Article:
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13 Feb 13

According to UNESCO, more than 95% of the world's population uses radio. That high figure probably says it all, but to put it in even more perspective, this is compared to roughly one-third of the global population having access to Internet at all (let alone reliable or high-speed connections).
As of 2010, at least 75% of households in developing countries have access to a radio, while only 20.5% of households in developing nations have access to the Internet.

  • Just because Turkmenistan is far it ought to be near to the participants in this Congress. Given the immensity of our federative country, which includes Turkmenistan – a land covering five to six hundred thousand versts, bigger than Germany, bigger than France, bigger than any European State, a land where the population is scattered among oases, where there are no roads – given these conditions, radio-communication might have been expressly invented for the benefit of Turkmenistan, to link it with us.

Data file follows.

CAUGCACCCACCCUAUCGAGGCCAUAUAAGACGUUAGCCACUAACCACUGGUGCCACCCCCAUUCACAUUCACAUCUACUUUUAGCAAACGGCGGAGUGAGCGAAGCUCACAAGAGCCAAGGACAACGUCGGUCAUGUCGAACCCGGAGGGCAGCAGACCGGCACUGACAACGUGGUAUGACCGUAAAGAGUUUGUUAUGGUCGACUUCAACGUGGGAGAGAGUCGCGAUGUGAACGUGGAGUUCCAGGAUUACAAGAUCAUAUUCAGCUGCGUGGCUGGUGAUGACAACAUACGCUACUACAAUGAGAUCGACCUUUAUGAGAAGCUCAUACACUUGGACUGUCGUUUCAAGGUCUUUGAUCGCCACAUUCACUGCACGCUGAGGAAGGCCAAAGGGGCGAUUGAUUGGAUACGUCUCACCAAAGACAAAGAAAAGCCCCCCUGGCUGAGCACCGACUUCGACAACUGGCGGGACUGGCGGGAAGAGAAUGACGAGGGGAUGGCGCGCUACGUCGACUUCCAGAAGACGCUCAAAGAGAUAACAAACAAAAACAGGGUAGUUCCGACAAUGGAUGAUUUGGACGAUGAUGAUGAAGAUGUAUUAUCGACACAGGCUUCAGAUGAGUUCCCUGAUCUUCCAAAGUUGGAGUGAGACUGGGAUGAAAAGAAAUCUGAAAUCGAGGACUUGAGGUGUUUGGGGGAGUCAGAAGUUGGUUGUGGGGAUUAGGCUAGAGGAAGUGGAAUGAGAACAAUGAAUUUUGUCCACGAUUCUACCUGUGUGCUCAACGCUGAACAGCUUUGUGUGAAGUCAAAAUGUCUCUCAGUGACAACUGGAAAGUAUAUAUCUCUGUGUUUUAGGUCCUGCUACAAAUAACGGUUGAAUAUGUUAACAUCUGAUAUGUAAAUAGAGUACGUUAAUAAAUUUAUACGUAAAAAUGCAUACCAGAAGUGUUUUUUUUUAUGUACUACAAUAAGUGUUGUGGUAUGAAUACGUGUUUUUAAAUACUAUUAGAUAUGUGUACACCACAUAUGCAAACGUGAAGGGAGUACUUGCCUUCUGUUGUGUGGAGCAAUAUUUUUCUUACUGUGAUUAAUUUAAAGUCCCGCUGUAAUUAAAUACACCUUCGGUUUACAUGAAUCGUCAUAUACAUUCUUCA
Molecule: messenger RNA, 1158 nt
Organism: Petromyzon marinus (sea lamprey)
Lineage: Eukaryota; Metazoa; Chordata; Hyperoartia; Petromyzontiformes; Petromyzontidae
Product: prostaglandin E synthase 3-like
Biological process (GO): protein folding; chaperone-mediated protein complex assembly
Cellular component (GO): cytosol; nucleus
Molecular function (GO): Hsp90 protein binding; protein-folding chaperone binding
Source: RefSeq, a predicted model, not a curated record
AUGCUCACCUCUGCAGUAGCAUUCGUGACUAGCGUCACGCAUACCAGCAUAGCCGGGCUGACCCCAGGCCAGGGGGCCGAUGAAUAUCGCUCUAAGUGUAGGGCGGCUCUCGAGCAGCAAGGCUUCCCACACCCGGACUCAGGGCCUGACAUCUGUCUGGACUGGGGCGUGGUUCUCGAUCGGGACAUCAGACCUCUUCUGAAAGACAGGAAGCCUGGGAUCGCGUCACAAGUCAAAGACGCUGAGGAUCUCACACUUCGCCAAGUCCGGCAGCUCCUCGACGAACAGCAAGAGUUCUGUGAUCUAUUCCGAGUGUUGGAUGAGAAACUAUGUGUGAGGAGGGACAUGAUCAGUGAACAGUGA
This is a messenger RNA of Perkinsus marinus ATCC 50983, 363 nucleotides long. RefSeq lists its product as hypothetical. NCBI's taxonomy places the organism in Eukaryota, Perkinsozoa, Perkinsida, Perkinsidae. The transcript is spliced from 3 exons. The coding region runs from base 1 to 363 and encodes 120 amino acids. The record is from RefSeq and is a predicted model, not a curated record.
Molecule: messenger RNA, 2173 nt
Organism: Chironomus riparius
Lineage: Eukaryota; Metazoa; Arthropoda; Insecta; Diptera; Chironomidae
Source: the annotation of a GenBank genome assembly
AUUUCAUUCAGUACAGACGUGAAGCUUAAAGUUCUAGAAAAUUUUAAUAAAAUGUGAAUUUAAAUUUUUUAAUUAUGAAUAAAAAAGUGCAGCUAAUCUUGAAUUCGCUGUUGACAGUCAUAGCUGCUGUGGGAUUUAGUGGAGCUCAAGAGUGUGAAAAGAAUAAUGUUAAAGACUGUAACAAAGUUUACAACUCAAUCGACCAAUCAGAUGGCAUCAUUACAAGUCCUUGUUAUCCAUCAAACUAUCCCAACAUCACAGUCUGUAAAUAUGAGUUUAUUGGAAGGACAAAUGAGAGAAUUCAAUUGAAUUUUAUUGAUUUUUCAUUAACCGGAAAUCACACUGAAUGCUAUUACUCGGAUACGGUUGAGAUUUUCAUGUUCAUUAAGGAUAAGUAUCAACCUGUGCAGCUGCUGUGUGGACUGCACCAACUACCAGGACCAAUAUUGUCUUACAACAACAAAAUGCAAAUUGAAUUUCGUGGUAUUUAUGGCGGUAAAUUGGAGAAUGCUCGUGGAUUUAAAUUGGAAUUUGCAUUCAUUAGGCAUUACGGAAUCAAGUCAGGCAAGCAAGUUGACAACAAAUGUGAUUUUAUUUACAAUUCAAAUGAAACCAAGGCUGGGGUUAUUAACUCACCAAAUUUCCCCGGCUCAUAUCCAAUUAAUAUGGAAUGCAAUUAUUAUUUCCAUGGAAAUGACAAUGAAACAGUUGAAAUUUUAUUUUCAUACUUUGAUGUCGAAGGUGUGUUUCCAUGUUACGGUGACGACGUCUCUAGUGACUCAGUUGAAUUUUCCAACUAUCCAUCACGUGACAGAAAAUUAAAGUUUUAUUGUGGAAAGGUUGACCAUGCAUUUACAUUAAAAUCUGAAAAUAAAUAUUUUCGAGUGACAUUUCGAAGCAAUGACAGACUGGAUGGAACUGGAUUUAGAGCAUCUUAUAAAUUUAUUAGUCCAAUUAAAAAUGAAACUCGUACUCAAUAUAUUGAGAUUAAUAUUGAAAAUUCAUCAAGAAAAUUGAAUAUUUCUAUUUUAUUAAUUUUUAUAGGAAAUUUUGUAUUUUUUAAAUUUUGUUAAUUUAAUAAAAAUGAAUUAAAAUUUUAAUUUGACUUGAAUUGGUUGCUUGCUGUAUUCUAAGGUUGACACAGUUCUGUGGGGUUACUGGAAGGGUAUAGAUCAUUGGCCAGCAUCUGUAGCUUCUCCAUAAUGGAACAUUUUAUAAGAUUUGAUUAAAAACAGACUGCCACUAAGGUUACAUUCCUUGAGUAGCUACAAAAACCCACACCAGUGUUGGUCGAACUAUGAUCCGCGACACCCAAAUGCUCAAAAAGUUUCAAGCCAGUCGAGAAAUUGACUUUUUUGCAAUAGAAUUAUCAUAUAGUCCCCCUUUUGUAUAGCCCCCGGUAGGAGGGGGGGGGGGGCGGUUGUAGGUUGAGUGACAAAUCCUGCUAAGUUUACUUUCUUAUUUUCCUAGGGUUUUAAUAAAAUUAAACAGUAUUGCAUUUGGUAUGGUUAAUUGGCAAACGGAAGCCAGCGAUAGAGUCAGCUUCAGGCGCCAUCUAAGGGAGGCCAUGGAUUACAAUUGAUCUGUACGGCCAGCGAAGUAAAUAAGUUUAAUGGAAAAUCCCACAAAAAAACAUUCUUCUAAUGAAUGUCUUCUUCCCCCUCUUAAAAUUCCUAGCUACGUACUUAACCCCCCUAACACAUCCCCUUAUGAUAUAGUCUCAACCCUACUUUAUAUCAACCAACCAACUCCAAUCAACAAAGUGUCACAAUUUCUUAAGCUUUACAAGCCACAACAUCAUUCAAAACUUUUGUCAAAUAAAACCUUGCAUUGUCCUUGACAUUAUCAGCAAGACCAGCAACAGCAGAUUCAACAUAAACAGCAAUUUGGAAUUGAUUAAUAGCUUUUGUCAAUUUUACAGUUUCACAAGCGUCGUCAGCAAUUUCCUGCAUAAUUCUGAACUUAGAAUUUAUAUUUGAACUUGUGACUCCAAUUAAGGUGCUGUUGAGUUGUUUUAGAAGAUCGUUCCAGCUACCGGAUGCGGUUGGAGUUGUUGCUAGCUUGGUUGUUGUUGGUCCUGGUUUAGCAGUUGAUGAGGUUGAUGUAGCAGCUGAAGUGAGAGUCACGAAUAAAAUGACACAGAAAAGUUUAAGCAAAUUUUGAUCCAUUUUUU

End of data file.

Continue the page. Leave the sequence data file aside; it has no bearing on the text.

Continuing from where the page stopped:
• The invention of the radio-telegraph and radio-telephone might have occurred especially to convince the bilous sceptics among us of the unlimited possibilities inherent in science and technique, to show that all the achievements that science has registered so far are only a brief introduction to what awaits us in the future.
  • IT IS the task of science and technique to make matter subject to man, together with space and time, which are inseparable from matter.

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